PEACEKEEPING PARTICIPATION AND IDENTITY CHANGES IN THE JAPAN SELF DEFENSE FORCES:MILITARY SERVICE AS 'DIRTY WORK'
Segal, David R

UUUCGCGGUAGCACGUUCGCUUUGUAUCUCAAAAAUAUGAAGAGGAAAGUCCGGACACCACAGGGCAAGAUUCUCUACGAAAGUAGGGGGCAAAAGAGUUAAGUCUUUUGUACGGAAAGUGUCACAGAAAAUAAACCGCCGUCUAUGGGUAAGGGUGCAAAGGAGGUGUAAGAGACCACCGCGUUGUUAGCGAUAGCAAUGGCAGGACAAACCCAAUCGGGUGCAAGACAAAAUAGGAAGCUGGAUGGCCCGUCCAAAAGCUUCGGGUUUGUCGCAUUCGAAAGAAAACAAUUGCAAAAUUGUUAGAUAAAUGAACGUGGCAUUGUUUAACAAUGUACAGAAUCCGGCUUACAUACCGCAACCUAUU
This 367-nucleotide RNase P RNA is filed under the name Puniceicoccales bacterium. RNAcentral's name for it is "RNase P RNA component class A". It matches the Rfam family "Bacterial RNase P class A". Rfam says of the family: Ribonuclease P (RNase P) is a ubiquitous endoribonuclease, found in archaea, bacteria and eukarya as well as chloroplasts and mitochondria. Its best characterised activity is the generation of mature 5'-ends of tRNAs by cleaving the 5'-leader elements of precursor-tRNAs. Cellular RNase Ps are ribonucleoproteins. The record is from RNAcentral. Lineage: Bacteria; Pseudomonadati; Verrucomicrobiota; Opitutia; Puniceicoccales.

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This dissertation examines (a) how a professional organization dealing with 'dirty work' (Hughes 1951, 1958) shape organizational practices and professional identity of its members in the process of seeking legitimacy and (b) how adaptation to a new task transforms these micro-institutional dynamics in the organization based on a case study of the Japan Self Defense Forces (SDF) and their peacekeeping participation. I utilize in-depth interviews with approximately 30 Japanese service members and survey data from 618 Japanese peacekeepers. Given an anti-militaristic culture in society and Constitutional restrictions against the possession of military power, the SDF have been developed as a constabulary military with limited legitimacy. Lack of legitimacy led the SDF to use symbolic management strategies to gain legitimacy, but their attempt unexpectedly put the organization into a 'vicious circle of legitimation' (Ashforth and Kreiner 1999), in which the aggressive attempt to pursue legitimacy aggravated skepticism of the observers and failed to increase legitimacy. Nonetheless, the SDF survived as a dirty work organization to protect the purity of the larger society. Contexualized by these institutional environments, service members have developed highly constabulary, less masculine, and civilianized identities. Since the early 1990s peacekeeping participation combined with the transformation of the work force structure has gradually lifted dirty work status of the SDF and provided service members with positive possible selves in their professional life. Regardless, the stigmatized status continues to regularize service members' behavior and professional identities. Increasing exposure to soldiers from other nations underscores their marginal position as military professionals. Japanese peacekeepers systematically focus on technical aspects to neutralize the militaristic nature of the contact. Moreover, the stringent rules of engagement (ROE) institutionalized by the anti-militarism sentiment in Japanese society help the SDF to maintain the consistency with the existing norms on the exercise of military power. At the same time, these imposed behavioral norms promote the fundamentally troubling, crisis-bearing arrangements that may routinize harmful practice and risk the safety of service members in the field. This dissertation contributes to the study of work organizations by illustrating the meaning creation and negotiation of identity in the micro-institutional dynamics in a socially stigmatized professional organization.